War hammers would come in hand against enemy riders on horseback and they could cause significant damage because some of them had a spike at the end of their head making the hammer usable from both sides and able to inflict different types of damage.

The reason why war hammers became popular and resurfaced after a period of decline in use was that armor became covered with reinforced steel that could then easily break through tough armor.

Fauchards were a trendy weapon for more than 300 years.

fauchard public domain

Fauchards consisted of a long spear-like pole with a curved blade fixed on top of the pole. In general, the weapon would be 6 to 7 feet tall, and the blade would be highly curved, resembling a scythe or a sickle.

While it might have looked aesthetic, for many warriors it was not the most useful weapon during battles, and this is why fauchards never survived in their original form because craftsmen started adding spikes or cutting blades to the pole so that they would cause more damage.

Danish axes were beloved by Vikings.

Danish axes are those handy weapons that you often see in movies and series about the Vikings. Although they might seem like lightweight weapons in comparison to the size of the warrior, many Viking axes were rather sturdy and heavy.

The reason Vikings preferred to carry heavier axes was that they would cause more damage upon hitting the target and the weight could give them more control over the angle and rotation.

The head of the axe was designed to resemble a crescent shape that was mounted usually on a wooden stick. All in all, the weapon would be rather small so that it could be easily handled during a battle.

The Danish axe became so popular for its ease of use and damage capacity that other European societies started using them and it started spreading like wildfire in the 12th and the 13th centuries. Over time, the use of a Danish axe declined but it remained popular in some parts of Europe up to the 16th century.

The Frankish warriors loved their throwing axes.

throwing axe

Throwing axes became a sort of a national symbol for the Frankish warriors and were used during the period of the Merovingians. Despite being associated with the Franks, the throwing ax was also used by Germanic people as its popularity started to become known far and wide.

It comes as no surprise that it started spreading to other European societies, eventually coming to Anglo-Saxons in England. The Spanish also used it as well and called the weapon the Francisca. It was beloved for its slick design with a small arched pointed ax head.

The design of the ax was envisioned to make the throwing easy, precise, and most importantly – lethal. Francisca throwing axes were even able to penetrate armor and chain vests making them a terrifying weapon that many feared even just by looking at them.

Another reason why the throwing axe was so popular was that it was a very unpredictable weapon because it would often bounce from the ground upon hitting it. This made it hard for enemy warriors to figure out in which direction the axe would rebound and more often than, the axe would spring back and hit the opponents’ legs or pierce their shields. This is why Frankish warriors also threw their axes in a volley to confuse enemy warriors.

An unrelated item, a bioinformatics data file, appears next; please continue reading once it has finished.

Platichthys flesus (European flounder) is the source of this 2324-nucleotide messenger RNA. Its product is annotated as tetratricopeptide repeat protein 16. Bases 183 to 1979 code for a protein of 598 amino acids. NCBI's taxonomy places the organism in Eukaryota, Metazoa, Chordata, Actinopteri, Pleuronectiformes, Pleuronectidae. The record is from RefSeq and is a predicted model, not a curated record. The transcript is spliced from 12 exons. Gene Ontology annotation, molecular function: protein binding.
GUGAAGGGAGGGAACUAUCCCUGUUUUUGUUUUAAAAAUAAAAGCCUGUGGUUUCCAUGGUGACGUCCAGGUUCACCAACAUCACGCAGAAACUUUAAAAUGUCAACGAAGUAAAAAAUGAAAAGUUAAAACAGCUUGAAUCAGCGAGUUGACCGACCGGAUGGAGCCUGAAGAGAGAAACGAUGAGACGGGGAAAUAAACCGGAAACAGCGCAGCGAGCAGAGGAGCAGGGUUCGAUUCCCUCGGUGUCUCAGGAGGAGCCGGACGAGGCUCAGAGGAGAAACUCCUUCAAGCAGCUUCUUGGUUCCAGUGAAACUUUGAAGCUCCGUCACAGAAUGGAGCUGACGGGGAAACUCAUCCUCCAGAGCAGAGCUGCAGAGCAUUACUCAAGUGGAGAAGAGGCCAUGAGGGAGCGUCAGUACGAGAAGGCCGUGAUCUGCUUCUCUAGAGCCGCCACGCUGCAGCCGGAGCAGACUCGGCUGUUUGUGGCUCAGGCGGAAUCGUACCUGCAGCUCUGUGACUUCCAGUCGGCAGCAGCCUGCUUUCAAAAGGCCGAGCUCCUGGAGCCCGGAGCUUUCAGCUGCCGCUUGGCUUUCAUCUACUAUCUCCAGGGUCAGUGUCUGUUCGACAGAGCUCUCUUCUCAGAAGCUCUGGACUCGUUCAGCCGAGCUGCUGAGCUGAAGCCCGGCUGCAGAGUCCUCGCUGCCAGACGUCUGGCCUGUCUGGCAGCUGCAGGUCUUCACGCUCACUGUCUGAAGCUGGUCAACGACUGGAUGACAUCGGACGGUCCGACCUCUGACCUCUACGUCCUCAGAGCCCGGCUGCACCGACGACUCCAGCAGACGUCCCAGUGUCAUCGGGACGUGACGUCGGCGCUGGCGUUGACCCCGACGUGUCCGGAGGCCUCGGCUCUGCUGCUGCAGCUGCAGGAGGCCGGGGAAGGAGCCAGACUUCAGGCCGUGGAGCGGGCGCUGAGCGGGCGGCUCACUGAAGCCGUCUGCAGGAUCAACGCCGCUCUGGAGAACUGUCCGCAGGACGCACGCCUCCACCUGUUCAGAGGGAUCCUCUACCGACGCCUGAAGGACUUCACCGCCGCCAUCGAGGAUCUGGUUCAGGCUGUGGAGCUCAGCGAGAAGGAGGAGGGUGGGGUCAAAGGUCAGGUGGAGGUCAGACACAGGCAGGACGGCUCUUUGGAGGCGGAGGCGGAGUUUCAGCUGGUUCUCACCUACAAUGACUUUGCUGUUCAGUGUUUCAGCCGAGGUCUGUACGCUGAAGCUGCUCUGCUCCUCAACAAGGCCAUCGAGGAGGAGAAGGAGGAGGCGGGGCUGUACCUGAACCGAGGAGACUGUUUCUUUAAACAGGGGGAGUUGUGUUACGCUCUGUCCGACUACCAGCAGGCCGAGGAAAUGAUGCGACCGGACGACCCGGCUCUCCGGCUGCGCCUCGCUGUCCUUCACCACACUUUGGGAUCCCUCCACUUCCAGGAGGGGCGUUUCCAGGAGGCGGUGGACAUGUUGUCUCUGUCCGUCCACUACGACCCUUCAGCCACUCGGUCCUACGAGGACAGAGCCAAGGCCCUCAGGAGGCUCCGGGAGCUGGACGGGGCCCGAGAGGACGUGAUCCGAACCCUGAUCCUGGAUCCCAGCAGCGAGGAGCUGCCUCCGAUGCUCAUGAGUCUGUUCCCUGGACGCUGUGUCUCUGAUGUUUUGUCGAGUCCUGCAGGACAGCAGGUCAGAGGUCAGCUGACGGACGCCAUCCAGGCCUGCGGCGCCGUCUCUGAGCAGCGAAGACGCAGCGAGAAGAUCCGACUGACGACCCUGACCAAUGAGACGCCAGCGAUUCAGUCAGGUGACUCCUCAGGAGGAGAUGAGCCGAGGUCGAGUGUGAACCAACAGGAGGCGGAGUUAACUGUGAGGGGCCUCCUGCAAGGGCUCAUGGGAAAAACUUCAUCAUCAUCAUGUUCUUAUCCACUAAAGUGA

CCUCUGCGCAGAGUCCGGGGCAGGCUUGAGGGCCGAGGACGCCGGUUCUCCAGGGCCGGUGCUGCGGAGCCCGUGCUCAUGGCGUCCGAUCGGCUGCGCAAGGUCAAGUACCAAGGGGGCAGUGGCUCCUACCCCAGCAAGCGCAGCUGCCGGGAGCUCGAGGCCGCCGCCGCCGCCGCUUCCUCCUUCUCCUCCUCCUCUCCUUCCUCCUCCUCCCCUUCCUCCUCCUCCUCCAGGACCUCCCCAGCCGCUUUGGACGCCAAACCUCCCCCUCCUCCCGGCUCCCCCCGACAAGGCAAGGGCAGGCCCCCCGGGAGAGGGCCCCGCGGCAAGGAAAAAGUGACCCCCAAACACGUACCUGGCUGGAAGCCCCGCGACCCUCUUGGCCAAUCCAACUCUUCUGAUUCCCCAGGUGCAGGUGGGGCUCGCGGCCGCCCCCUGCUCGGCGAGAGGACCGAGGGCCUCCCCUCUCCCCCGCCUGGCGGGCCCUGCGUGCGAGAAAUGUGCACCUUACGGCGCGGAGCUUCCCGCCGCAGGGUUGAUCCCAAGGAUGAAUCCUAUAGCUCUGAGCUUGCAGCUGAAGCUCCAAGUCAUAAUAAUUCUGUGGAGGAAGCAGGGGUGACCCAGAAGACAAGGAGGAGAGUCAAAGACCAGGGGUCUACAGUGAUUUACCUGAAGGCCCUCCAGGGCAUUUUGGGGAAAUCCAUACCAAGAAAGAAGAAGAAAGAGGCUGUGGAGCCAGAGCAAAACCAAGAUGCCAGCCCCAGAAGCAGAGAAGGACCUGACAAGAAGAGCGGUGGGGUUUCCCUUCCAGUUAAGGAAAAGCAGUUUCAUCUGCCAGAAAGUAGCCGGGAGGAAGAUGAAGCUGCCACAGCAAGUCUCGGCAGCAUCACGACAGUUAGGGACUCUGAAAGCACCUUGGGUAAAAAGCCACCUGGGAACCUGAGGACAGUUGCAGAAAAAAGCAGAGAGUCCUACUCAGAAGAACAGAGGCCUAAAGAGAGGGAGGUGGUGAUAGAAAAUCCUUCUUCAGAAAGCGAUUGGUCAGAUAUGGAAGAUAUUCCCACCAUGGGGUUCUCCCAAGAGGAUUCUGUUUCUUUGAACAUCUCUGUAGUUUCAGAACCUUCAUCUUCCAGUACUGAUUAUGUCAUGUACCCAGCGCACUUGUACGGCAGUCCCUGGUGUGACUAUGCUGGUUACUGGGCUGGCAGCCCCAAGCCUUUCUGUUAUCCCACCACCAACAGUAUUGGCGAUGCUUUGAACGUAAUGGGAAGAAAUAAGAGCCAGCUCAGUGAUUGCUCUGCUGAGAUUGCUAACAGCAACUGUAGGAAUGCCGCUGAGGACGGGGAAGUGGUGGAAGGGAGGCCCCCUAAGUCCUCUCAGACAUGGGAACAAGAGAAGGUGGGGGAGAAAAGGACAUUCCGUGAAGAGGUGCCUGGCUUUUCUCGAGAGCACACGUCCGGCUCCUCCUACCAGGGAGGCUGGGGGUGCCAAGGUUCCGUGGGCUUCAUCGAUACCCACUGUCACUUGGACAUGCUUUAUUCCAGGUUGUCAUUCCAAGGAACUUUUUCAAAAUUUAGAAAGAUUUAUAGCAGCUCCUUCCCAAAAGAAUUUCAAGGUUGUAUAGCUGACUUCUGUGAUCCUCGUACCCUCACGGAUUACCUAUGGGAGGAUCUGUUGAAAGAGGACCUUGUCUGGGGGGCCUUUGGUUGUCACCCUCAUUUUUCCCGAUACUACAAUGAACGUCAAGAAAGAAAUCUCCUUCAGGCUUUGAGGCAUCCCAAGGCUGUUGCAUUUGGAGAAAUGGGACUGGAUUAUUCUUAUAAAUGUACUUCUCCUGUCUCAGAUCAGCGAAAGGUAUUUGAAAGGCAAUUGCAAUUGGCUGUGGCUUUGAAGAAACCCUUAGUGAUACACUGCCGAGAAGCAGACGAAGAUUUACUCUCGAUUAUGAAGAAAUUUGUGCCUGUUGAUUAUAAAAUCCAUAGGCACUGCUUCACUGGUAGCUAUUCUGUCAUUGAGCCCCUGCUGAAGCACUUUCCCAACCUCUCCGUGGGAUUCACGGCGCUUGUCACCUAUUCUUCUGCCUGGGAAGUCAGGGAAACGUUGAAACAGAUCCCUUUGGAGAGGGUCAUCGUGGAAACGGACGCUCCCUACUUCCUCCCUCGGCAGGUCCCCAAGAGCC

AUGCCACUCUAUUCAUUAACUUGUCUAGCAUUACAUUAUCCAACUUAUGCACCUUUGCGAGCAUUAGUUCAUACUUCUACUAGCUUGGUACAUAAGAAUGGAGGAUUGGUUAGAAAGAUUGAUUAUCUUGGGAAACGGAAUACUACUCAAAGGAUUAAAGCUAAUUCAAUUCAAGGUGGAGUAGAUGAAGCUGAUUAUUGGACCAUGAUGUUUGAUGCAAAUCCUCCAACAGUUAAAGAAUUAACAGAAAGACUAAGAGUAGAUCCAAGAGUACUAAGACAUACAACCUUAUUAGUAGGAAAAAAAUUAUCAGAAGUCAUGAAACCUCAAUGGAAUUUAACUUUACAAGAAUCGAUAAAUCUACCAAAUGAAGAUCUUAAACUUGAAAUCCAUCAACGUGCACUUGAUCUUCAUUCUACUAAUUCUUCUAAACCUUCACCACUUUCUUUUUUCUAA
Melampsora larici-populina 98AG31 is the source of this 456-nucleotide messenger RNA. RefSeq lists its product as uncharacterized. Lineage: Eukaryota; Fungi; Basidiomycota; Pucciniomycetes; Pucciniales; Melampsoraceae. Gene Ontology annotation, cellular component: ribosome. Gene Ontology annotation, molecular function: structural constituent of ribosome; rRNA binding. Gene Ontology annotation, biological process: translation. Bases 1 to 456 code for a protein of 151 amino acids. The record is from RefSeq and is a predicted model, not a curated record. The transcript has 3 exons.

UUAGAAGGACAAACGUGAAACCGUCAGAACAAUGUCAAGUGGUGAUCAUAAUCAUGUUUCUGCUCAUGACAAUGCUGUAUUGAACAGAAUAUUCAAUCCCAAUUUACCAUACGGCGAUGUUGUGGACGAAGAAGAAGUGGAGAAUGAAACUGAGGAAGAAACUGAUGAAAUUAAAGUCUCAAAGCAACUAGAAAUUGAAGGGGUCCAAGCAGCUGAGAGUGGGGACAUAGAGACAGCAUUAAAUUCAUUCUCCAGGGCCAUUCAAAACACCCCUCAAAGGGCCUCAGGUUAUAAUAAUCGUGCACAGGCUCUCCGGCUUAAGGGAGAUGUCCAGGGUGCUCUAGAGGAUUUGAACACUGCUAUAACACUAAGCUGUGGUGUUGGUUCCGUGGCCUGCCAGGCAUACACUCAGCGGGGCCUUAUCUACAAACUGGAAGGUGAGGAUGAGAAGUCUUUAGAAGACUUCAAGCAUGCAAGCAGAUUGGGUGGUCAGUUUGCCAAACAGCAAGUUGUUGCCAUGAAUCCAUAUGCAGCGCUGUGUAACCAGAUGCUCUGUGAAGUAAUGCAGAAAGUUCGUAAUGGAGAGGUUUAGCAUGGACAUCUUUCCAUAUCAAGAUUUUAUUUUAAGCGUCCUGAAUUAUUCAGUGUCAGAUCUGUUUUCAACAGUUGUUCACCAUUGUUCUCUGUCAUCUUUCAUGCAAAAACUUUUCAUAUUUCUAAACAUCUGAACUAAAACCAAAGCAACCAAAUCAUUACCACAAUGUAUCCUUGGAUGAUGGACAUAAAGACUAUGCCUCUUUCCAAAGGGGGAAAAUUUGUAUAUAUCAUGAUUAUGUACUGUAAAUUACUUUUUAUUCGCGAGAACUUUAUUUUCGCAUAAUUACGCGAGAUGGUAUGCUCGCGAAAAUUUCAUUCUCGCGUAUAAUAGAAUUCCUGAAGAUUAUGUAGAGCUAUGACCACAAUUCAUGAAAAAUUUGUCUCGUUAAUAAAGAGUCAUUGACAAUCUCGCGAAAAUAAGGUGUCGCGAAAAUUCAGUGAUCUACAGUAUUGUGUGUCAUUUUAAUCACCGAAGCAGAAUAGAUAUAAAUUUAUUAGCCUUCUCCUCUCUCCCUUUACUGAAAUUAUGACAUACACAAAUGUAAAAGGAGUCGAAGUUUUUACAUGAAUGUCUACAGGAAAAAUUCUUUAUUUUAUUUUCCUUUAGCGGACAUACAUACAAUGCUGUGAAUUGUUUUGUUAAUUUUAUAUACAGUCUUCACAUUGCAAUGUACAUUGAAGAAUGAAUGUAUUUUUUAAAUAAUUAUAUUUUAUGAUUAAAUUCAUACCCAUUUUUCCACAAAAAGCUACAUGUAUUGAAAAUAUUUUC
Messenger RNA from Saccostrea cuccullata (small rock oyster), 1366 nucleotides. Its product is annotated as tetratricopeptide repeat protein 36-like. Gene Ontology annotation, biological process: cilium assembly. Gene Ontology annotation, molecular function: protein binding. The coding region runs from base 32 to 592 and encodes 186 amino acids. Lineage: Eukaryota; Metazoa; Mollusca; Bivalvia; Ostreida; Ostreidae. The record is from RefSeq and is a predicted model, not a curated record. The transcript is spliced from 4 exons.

Javelins were the most popular throwing spears.

Javelins were light spears that were designed to be thrown at enemies and cause lethal damage. This is why they had to be lightweight so that they could reach a further distance and effortlessly be thrown by hand.

Javelins did not require any specific mechanism to be thrown which is why they were so simple to use. Although we do not know where they came from, it is possible that early Vikings used them for battles and warfare.

Javelins were used in many different European societies with slight tweaks and adjustments to their design. They could fulfil pretty much the same purpose as a regular spear except that they would cause less muscle tension making it easier for warriors to throw more javelins.

Luckily, javelins eventually went out of fashion, and nowadays they are not used in any conflicts, except in the Olympic games. Perhaps that is where they should stay permanently.

All major battles had bows.

Medieval battles were also often fought with bows. Warriors would use this weapon to project arrows in hopes that they will cause lethal blows to fast-moving enemies. Bows were beloved for their elasticity and effective spring mechanism. Bows are one of the rare weapons during medieval times that relied so much on the potential energy of the limbs.

Depending on many different types of shapes and intensity of the spring mechanism, bows could cause significant damage – from severe bleeding to almost instant death.

The best bows were made from a single piece of wood so that they would be sturdier and more efficient. Bows were only effective if their user was effective at firing at a target. Still, their effectiveness is proven by the fact that they were used for centuries and decided the outcomes of many battles.

Warriors carried up to 72 arrows into a battle.

quiver of arrows

Archers were often equipped with many arrows. They would typically ride into battle or stand on top of elevated positions equipped with up to 70 arrows in their longbows.

Although it might look simple, it was never easy for archers to fire arrows from their longbows because it required strength and constant stretching of the spring mechanism inflicted tension on the muscles so most archers could not fire more than just a few arrows per minute.

The strain that would be put on muscles would sometimes be immense. This is also one of the reasons why crossbows and other projectile-firing machines were invented during the Middle Ages.

Crossbows were one of the most precise weapons used during medieval times.